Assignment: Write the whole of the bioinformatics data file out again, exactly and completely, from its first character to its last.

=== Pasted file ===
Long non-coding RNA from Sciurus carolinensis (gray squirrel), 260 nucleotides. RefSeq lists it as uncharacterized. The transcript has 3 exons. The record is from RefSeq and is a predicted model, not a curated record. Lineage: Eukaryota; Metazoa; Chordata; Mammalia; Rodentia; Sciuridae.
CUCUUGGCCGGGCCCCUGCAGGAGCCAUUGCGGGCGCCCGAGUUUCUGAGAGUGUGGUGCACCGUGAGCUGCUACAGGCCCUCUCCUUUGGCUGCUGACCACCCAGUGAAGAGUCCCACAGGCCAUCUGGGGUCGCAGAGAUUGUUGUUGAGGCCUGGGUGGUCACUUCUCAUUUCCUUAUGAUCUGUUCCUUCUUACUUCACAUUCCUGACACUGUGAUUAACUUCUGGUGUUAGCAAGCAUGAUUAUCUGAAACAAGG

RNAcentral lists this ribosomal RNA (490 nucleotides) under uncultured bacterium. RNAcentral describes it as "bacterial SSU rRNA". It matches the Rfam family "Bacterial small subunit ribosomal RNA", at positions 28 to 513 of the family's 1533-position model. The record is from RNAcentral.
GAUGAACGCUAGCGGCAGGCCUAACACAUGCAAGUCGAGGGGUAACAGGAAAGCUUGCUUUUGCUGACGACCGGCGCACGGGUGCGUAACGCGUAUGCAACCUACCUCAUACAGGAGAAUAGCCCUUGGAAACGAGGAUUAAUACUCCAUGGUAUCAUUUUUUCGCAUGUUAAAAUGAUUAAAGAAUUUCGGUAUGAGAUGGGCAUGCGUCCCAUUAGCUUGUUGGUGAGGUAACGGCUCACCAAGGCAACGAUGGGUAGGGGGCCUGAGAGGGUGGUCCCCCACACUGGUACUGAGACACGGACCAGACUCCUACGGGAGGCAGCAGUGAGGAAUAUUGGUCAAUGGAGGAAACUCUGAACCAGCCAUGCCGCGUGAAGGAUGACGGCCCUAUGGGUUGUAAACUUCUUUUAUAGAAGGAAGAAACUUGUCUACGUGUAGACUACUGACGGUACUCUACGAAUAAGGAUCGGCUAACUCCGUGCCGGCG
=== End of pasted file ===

Long non-coding RNA from Sciurus carolinensis (gray squirrel), 260 nucleotides. RefSeq lists it as uncharacterized. The transcript has 3 exons. The record is from RefSeq and is a predicted model, not a curated record. Lineage: Eukaryota; Metazoa; Chordata; Mammalia; Rodentia; Sciuridae.
CUCUUGGCCGGGCCCCUGCAGGAGCCAUUGCGGGCGCCCGAGUUUCUGAGAGUGUGGUGCACCGUGAGCUGCUACAGGCCCUCUCCUUUGGCUGCUGACCACCCAGUGAAGAGUCCCACAGGCCAUCUGGGGUCGCAGAGAUUGUUGUUGAGGCCUGGGUGGUCACUUCUCAUUUCCUUAUGAUCUGUUCCUUCUUACUUCACAUUCCUGACACUGUGAUUAACUUCUGGUGUUAGCAAGCAUGAUUAUCUGAAACAAGG

RNAcentral lists this ribosomal RNA (490 nucleotides) under uncultured bacterium. RNAcentral describes it as "bacterial SSU rRNA". It matches the Rfam family "Bacterial small subunit ribosomal RNA", at positions 28 to 513 of the family's 1533-position model. The record is from RNAcentral.
GAUGAACGCUAGCGGCAGGCCUAACACAUGCAAGUCGAGGGGUAACAGGAAAGCUUGCUUUUGCUGACGACCGGCGCACGGGUGCGUAACGCGUAUGCAACCUACCUCAUACAGGAGAAUAGCCCUUGGAAACGAGGAUUAAUACUCCAUGGUAUCAUUUUUUCGCAUGUUAAAAUGAUUAAAGAAUUUCGGUAUGAGAUGGGCAUGCGUCCCAUUAGCUUGUUGGUGAGGUAACGGCUCACCAAGGCAACGAUGGGUAGGGGGCCUGAGAGGGUGGUCCCCCACACUGGUACUGAGACACGGACCAGACUCCUACGGGAGGCAGCAGUGAGGAAUAUUGGUCAAUGGAGGAAACUCUGAACCAGCCAUGCCGCGUGAAGGAUGACGGCCCUAUGGGUUGUAAACUUCUUUUAUAGAAGGAAGAAACUUGUCUACGUGUAGACUACUGACGGUACUCUACGAAUAAGGAUCGGCUAACUCCGUGCCGGCG